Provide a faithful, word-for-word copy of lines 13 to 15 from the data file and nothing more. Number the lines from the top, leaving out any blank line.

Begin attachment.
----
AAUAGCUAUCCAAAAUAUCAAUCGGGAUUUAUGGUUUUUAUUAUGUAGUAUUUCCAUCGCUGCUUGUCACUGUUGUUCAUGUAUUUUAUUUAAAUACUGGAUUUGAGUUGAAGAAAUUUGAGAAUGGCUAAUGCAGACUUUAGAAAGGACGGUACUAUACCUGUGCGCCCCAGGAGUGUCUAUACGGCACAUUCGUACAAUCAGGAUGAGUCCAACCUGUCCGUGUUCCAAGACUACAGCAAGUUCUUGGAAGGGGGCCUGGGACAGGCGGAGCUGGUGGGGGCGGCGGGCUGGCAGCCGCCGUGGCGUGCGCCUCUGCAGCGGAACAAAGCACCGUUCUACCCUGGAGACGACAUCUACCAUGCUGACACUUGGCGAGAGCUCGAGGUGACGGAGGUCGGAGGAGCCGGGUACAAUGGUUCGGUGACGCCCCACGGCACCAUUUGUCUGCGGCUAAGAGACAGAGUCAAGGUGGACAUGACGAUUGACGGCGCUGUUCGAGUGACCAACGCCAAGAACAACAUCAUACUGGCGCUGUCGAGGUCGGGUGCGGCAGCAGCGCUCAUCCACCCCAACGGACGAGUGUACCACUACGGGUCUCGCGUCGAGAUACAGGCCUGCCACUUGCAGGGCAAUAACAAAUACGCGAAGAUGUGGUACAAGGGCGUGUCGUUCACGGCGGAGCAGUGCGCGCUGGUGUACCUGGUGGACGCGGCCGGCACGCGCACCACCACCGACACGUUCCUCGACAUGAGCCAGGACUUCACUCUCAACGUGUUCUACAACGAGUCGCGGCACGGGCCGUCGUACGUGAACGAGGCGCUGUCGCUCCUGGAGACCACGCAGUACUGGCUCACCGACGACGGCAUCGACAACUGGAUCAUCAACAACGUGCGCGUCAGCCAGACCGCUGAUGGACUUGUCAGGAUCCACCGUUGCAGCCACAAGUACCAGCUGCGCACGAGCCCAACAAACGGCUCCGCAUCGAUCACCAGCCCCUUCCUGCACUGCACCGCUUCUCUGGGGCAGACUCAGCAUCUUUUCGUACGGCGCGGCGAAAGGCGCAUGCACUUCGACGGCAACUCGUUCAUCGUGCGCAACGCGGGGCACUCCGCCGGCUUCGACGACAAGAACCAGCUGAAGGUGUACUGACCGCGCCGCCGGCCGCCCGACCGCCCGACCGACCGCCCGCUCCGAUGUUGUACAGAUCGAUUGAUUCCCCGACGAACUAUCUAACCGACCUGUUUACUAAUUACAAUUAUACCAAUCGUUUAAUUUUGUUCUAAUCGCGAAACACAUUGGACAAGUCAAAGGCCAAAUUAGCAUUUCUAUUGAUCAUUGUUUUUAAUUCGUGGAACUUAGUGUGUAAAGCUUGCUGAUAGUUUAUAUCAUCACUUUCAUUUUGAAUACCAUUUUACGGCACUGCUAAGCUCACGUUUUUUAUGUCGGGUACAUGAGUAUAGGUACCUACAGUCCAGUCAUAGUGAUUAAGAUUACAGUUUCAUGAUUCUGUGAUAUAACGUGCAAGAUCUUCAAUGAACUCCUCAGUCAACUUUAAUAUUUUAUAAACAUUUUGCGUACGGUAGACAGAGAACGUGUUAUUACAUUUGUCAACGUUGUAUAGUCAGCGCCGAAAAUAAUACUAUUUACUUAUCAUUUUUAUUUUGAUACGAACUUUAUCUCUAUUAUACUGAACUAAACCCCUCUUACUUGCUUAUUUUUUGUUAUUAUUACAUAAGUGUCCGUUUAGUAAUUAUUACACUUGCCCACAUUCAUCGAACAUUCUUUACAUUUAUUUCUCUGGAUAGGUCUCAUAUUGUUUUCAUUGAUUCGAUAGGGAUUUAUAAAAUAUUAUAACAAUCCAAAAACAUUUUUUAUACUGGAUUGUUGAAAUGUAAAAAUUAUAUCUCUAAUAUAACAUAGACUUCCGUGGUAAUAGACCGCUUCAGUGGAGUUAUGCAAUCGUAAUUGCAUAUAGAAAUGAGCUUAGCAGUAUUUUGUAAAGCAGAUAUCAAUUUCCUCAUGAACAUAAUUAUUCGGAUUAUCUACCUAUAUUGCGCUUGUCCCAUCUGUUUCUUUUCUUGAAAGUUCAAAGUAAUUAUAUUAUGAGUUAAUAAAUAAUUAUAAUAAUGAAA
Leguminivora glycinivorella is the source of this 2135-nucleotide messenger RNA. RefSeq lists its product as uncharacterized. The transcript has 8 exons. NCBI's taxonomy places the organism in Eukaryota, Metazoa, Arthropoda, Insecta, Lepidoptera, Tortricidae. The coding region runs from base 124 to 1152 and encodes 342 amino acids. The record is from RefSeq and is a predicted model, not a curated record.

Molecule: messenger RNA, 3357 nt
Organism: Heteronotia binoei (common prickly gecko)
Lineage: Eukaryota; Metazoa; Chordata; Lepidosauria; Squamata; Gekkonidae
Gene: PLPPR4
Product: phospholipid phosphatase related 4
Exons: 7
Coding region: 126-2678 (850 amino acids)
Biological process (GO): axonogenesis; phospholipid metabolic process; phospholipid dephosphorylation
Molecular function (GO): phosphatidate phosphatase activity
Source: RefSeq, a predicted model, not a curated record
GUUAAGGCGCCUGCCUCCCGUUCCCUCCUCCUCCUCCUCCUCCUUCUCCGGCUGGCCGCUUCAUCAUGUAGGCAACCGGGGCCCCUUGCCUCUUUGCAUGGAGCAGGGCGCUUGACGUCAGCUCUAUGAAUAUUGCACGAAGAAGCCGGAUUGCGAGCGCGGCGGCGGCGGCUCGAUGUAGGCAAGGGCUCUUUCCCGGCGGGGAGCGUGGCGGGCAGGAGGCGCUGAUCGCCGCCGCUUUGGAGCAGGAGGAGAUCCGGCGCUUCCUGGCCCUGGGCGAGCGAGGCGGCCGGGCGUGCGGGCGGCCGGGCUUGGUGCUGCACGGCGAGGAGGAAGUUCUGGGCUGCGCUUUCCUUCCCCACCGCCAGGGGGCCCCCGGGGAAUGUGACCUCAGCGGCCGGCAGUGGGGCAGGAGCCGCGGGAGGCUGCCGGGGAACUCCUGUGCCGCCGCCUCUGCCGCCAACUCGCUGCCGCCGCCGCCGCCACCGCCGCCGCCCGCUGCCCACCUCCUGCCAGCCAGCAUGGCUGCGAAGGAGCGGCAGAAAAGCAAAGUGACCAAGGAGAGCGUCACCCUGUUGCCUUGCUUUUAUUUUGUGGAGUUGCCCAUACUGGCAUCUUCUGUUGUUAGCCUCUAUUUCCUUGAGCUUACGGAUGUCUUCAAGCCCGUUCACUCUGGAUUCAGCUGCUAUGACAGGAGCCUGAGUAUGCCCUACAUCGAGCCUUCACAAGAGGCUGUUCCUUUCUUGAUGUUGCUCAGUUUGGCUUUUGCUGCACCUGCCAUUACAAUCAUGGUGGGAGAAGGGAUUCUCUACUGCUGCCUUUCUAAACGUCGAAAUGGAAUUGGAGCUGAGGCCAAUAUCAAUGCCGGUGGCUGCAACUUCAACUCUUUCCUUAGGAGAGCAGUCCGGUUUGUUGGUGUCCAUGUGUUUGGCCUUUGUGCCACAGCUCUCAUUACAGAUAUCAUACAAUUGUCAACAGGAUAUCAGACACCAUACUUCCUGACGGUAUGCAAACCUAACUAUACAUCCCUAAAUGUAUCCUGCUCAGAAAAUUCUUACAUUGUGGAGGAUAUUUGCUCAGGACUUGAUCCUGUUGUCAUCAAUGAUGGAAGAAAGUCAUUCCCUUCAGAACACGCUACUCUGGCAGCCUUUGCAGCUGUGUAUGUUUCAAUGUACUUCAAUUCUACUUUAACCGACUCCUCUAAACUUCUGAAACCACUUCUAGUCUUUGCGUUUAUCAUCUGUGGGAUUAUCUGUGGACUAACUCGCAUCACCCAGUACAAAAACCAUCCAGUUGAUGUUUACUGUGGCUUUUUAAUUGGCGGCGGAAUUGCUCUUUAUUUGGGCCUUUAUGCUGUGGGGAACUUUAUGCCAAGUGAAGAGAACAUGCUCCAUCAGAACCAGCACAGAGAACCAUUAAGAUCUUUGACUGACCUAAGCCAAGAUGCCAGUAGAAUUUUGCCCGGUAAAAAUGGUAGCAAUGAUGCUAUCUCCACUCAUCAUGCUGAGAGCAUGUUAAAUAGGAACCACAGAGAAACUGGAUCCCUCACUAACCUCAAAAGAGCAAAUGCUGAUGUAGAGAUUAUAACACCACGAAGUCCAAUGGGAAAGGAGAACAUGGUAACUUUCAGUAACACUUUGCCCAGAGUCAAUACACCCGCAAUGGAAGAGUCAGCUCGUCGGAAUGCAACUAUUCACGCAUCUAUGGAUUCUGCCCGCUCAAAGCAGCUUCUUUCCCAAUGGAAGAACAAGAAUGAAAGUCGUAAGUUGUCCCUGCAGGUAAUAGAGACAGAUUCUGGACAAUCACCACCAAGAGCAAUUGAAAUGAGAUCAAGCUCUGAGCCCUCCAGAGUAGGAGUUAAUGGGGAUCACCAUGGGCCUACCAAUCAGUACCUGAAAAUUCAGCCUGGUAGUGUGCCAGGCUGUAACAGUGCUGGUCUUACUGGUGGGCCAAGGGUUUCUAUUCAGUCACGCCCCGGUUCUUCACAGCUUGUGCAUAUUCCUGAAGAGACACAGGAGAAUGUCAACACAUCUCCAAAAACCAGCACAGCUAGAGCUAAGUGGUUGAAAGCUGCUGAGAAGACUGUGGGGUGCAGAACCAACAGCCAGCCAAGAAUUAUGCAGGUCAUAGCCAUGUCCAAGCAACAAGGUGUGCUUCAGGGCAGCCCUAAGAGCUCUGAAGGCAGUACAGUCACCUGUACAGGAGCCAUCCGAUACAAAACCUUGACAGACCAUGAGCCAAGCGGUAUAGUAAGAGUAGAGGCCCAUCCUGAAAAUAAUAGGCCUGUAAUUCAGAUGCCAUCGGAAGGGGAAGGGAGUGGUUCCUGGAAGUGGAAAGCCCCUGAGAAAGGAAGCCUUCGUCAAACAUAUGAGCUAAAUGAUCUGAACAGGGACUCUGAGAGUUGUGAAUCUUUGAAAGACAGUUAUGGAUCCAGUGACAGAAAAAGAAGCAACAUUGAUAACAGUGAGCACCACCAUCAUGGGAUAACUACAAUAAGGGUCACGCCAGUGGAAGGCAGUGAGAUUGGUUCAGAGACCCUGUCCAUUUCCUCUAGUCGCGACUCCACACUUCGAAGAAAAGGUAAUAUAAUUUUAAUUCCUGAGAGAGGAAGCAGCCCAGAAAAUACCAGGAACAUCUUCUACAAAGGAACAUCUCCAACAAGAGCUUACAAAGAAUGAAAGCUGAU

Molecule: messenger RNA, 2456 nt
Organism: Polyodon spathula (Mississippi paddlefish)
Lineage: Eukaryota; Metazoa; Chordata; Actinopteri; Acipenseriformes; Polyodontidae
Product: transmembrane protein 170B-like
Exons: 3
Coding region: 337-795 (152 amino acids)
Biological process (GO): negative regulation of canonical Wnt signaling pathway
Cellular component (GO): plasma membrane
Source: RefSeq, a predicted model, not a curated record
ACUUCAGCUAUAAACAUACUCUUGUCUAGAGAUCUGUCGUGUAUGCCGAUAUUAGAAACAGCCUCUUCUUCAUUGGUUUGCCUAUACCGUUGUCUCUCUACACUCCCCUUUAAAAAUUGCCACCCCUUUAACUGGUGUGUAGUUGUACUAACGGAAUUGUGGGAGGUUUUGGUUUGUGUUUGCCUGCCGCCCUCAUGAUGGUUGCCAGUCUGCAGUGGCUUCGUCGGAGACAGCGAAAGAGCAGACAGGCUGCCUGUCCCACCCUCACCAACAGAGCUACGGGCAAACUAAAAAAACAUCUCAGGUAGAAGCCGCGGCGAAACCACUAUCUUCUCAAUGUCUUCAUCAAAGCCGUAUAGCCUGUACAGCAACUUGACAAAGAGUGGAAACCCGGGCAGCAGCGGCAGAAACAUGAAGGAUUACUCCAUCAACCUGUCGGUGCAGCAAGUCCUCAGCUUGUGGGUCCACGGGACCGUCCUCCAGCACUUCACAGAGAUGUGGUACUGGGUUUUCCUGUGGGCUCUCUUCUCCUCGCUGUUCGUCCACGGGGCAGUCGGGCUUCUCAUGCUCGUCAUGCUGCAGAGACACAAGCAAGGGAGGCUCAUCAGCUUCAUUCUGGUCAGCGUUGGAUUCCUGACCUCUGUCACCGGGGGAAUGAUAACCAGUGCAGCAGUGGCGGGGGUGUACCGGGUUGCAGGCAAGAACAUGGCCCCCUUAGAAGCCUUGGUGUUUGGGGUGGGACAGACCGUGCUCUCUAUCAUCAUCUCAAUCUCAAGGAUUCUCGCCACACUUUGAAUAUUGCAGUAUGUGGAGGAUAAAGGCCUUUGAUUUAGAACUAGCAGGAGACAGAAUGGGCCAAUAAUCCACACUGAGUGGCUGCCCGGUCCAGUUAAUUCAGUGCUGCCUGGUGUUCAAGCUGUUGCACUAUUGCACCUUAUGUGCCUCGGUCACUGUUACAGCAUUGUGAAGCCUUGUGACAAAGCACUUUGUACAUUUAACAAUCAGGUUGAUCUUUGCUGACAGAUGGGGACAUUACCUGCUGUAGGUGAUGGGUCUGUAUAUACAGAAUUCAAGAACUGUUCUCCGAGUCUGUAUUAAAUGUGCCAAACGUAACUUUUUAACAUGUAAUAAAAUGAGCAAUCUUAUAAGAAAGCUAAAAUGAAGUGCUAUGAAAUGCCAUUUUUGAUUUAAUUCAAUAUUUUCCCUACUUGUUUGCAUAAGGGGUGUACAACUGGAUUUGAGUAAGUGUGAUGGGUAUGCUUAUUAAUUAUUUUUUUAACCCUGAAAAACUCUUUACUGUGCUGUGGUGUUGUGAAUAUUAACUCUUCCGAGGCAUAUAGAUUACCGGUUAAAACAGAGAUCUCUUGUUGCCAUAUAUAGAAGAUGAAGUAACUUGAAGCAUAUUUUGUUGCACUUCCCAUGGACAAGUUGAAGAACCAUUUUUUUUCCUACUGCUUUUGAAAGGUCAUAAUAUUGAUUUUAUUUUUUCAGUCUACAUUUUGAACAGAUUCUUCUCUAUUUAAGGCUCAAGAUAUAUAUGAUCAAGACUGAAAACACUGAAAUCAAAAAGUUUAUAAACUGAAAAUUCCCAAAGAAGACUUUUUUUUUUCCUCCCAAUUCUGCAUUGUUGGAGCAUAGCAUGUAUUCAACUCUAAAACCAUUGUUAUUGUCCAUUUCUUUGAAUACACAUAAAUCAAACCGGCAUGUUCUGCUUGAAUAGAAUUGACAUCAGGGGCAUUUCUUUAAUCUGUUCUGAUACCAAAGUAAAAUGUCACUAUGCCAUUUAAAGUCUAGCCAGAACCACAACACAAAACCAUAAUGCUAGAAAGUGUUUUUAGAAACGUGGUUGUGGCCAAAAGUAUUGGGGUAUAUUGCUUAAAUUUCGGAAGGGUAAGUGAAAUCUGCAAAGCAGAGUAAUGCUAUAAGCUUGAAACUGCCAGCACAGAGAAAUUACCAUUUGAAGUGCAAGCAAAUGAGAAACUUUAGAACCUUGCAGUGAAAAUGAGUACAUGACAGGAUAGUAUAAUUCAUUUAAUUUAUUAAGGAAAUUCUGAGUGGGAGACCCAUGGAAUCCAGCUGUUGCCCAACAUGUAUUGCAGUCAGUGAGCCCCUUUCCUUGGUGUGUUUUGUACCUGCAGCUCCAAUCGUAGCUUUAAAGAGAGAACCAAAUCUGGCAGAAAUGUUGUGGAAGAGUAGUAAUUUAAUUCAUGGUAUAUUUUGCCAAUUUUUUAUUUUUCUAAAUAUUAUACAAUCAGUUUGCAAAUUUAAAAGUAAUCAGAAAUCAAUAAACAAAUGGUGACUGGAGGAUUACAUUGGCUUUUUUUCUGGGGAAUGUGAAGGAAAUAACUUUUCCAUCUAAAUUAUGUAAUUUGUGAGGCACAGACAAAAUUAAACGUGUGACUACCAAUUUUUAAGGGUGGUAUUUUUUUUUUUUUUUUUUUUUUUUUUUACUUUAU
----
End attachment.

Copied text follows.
GUUAAGGCGCCUGCCUCCCGUUCCCUCCUCCUCCUCCUCCUCCUUCUCCGGCUGGCCGCUUCAUCAUGUAGGCAACCGGGGCCCCUUGCCUCUUUGCAUGGAGCAGGGCGCUUGACGUCAGCUCUAUGAAUAUUGCACGAAGAAGCCGGAUUGCGAGCGCGGCGGCGGCGGCUCGAUGUAGGCAAGGGCUCUUUCCCGGCGGGGAGCGUGGCGGGCAGGAGGCGCUGAUCGCCGCCGCUUUGGAGCAGGAGGAGAUCCGGCGCUUCCUGGCCCUGGGCGAGCGAGGCGGCCGGGCGUGCGGGCGGCCGGGCUUGGUGCUGCACGGCGAGGAGGAAGUUCUGGGCUGCGCUUUCCUUCCCCACCGCCAGGGGGCCCCCGGGGAAUGUGACCUCAGCGGCCGGCAGUGGGGCAGGAGCCGCGGGAGGCUGCCGGGGAACUCCUGUGCCGCCGCCUCUGCCGCCAACUCGCUGCCGCCGCCGCCGCCACCGCCGCCGCCCGCUGCCCACCUCCUGCCAGCCAGCAUGGCUGCGAAGGAGCGGCAGAAAAGCAAAGUGACCAAGGAGAGCGUCACCCUGUUGCCUUGCUUUUAUUUUGUGGAGUUGCCCAUACUGGCAUCUUCUGUUGUUAGCCUCUAUUUCCUUGAGCUUACGGAUGUCUUCAAGCCCGUUCACUCUGGAUUCAGCUGCUAUGACAGGAGCCUGAGUAUGCCCUACAUCGAGCCUUCACAAGAGGCUGUUCCUUUCUUGAUGUUGCUCAGUUUGGCUUUUGCUGCACCUGCCAUUACAAUCAUGGUGGGAGAAGGGAUUCUCUACUGCUGCCUUUCUAAACGUCGAAAUGGAAUUGGAGCUGAGGCCAAUAUCAAUGCCGGUGGCUGCAACUUCAACUCUUUCCUUAGGAGAGCAGUCCGGUUUGUUGGUGUCCAUGUGUUUGGCCUUUGUGCCACAGCUCUCAUUACAGAUAUCAUACAAUUGUCAACAGGAUAUCAGACACCAUACUUCCUGACGGUAUGCAAACCUAACUAUACAUCCCUAAAUGUAUCCUGCUCAGAAAAUUCUUACAUUGUGGAGGAUAUUUGCUCAGGACUUGAUCCUGUUGUCAUCAAUGAUGGAAGAAAGUCAUUCCCUUCAGAACACGCUACUCUGGCAGCCUUUGCAGCUGUGUAUGUUUCAAUGUACUUCAAUUCUACUUUAACCGACUCCUCUAAACUUCUGAAACCACUUCUAGUCUUUGCGUUUAUCAUCUGUGGGAUUAUCUGUGGACUAACUCGCAUCACCCAGUACAAAAACCAUCCAGUUGAUGUUUACUGUGGCUUUUUAAUUGGCGGCGGAAUUGCUCUUUAUUUGGGCCUUUAUGCUGUGGGGAACUUUAUGCCAAGUGAAGAGAACAUGCUCCAUCAGAACCAGCACAGAGAACCAUUAAGAUCUUUGACUGACCUAAGCCAAGAUGCCAGUAGAAUUUUGCCCGGUAAAAAUGGUAGCAAUGAUGCUAUCUCCACUCAUCAUGCUGAGAGCAUGUUAAAUAGGAACCACAGAGAAACUGGAUCCCUCACUAACCUCAAAAGAGCAAAUGCUGAUGUAGAGAUUAUAACACCACGAAGUCCAAUGGGAAAGGAGAACAUGGUAACUUUCAGUAACACUUUGCCCAGAGUCAAUACACCCGCAAUGGAAGAGUCAGCUCGUCGGAAUGCAACUAUUCACGCAUCUAUGGAUUCUGCCCGCUCAAAGCAGCUUCUUUCCCAAUGGAAGAACAAGAAUGAAAGUCGUAAGUUGUCCCUGCAGGUAAUAGAGACAGAUUCUGGACAAUCACCACCAAGAGCAAUUGAAAUGAGAUCAAGCUCUGAGCCCUCCAGAGUAGGAGUUAAUGGGGAUCACCAUGGGCCUACCAAUCAGUACCUGAAAAUUCAGCCUGGUAGUGUGCCAGGCUGUAACAGUGCUGGUCUUACUGGUGGGCCAAGGGUUUCUAUUCAGUCACGCCCCGGUUCUUCACAGCUUGUGCAUAUUCCUGAAGAGACACAGGAGAAUGUCAACACAUCUCCAAAAACCAGCACAGCUAGAGCUAAGUGGUUGAAAGCUGCUGAGAAGACUGUGGGGUGCAGAACCAACAGCCAGCCAAGAAUUAUGCAGGUCAUAGCCAUGUCCAAGCAACAAGGUGUGCUUCAGGGCAGCCCUAAGAGCUCUGAAGGCAGUACAGUCACCUGUACAGGAGCCAUCCGAUACAAAACCUUGACAGACCAUGAGCCAAGCGGUAUAGUAAGAGUAGAGGCCCAUCCUGAAAAUAAUAGGCCUGUAAUUCAGAUGCCAUCGGAAGGGGAAGGGAGUGGUUCCUGGAAGUGGAAAGCCCCUGAGAAAGGAAGCCUUCGUCAAACAUAUGAGCUAAAUGAUCUGAACAGGGACUCUGAGAGUUGUGAAUCUUUGAAAGACAGUUAUGGAUCCAGUGACAGAAAAAGAAGCAACAUUGAUAACAGUGAGCACCACCAUCAUGGGAUAACUACAAUAAGGGUCACGCCAGUGGAAGGCAGUGAGAUUGGUUCAGAGACCCUGUCCAUUUCCUCUAGUCGCGACUCCACACUUCGAAGAAAAGGUAAUAUAAUUUUAAUUCCUGAGAGAGGAAGCAGCCCAGAAAAUACCAGGAACAUCUUCUACAAAGGAACAUCUCCAACAAGAGCUUACAAAGAAUGAAAGCUGAU

Molecule: messenger RNA, 2456 nt
Organism: Polyodon spathula (Mississippi paddlefish)